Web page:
“I just thought fighting my way through life was the right way to do things,” says Des, reflecting on a childhood dominated by alcohol, drugs and violence.
When I was 9 or 10, I was hanging around with guys who were 15 and 16, smoking weed, taking drugs and drinking. I just followed along with them.
Des’s home life was a mess. His parents had split up, his mum was using drugs, her boyfriend would beat him when he got into trouble with the Police and he’d run away from home regularly. He didn’t even start school until Primary 5 and got kicked out in second year of secondary.
Understandably, he was an angry child. “I fought against everything,” he says. His social workers refused to put him in care and his mother said she could cope when in reality, “she was out every night partying smoking weed, taking cocaine and speed” and leaving Des and his sisters to look after themselves.
I really didn’t know any other way of life until I was about 13 or 14 and that’s a bit late to be learning the right way of life.
Shortly after his 16th birthday, Des got a jail sentence for a serious assault with a permanent disfigurement. He was sent to Polmont Young Offenders Institution. “I thought I was a big man until I went in there,” he admits. “I quickly realised that jail isn’t for me but when I got back out I just fell back in with the same crowd and it all spiraled out of control again.”
Smoking weed, drinking, taking drugs, stealing cars and causing mayhem became Des’s everyday routine.
While Des was in Polmont, his girlfriend gave birth to their daughter. Ten days after Des was released, the child died. “I went on a mad stream,” he recalls, “I just started drinking, taking drugs and sleeping around. I got another girl pregnant.”
She had a stillborn boy.
I thought at that point I needed to sort myself out and become a better person. But I was still taking drugs. I wasn’t getting in as much trouble with the police but I just had one of those faces where they just kept pulling me all the time. I just found it annoying and thought if they’re going to keep pulling me, they may as well be pulling me for a reason.
Des started taking cocaine and speed. He was breaking into cars stealing phones and radios to get a bit of money to feed his drug habit.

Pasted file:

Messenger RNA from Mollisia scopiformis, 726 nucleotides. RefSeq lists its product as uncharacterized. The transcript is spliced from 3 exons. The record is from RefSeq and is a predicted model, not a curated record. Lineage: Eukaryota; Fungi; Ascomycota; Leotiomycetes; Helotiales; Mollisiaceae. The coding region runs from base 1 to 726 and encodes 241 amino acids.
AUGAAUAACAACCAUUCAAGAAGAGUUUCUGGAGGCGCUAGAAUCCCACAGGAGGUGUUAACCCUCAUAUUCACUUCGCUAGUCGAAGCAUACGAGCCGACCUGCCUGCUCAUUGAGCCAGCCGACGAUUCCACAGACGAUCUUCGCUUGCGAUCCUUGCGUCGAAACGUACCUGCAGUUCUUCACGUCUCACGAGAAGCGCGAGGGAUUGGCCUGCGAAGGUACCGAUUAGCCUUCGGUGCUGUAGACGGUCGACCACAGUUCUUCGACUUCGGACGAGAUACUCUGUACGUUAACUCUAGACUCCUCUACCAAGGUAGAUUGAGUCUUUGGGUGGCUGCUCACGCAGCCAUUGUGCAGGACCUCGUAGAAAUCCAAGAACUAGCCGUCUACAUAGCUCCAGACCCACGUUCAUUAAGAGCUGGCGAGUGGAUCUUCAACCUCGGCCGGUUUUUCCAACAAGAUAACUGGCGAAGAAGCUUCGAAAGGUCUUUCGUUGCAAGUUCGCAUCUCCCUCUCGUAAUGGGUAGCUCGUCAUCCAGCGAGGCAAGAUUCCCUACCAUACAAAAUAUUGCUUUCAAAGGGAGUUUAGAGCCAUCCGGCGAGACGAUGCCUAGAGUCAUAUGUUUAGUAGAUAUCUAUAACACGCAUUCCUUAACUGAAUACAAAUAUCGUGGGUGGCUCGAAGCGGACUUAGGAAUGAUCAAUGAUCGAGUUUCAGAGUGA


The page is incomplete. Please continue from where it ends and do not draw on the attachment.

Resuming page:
He tried moving to England and went to college to study sports coaching. He got involved in a relationship but it soon broke up and he moved back to Scotland. “I thought I was strong enough not to fall back into my old ways at that point but when I came back up I met up with the same people.”
Des managed to get a job. He met a girl who already had a daughter. “I thought we can have a wee happy family here,” he says but one night after work he was randomly attacked by a guy who swung a metal bar at his head. “He swung it at me and fell over. I thought if I let him back up, he’ll kill me so I kicked him while he was down.”
Having been in training to become an MMA fighter, Des knew his way round a fight. He cracked the attacker’s ribs and punctured his lung. “I think that was the first time in my life that I ever told the police that I’d hit some one and been honest about it but I still got put in prison for it.” Despite his protestations of self-defence, he was charged with assault. The case went on for a year and a half. He ended up with a 16 month custodial sentence.
In the time between the assault and starting his sentence, Des had re-established a relationship and set up home. The focus of having somewhere to go when he got out of prison made a difference. While inside, he concentrated on education, studying Maths and English as well as passing certificates in food and hygiene and health and safety. “I picked up more qualifications in prison than I did in school,” he laughs.
Des was then released on ‘home detention curfew’ so he was tagged and had to be at home between the hours of 7am and 7pm. Living with a partner with two children, he tried to get a job.
Des got help from the Wise Group, a social enterprise that works with ex-offenders to help them rehabilitate. They got him food from the food bank, helped him settle back home and then got him a job interview for a short term contract at the Edinburgh Military Tattoo.
Nobody would employ me because I was tagged. I had no money to live on and the job centre just told me it was my own fault that I’d lost my job and been in prison.
“I thought, great, then the woman from Wise Group said to me the only thing is it’s with Police Scotland! I thought ‘no chance’, this is a set up, they’re just going to get me arrested again.”
His suspicions were unfounded. He went to the interview and met the team from the Violence Reduction Unit. The interview went well and he got involved in a project that included a cycle from Glasgow to Fraserburgh. Eight ex-convicts, a police officer, a sheriff, a surgeon and two army guys on the road together for four days.
He then had “an amazing experience” of working at the Tattoo but after that was back into unemployment. After a few months, he was approached by Keith Jack from the VRU who had a job interview for him with the Medics Against Violence charity. He started working with schools telling children about his life. After that six month post he got an opportunity to become a trainee chef with The People’s Development Trust’s Legacy Hub Café.
A chance to change
I want to work in the kitchen and I also want to help people who’ve been in prison to sustain a healthy lifestyle. I’ve been given the opportunity to change my life and I want to share that with others. I have a criminal record as long as my arm. It’s absolutely disgusting but people have reached out to me and given me a chance. They’ve helped me to change my life and the more I can sustain this then anything’s possible.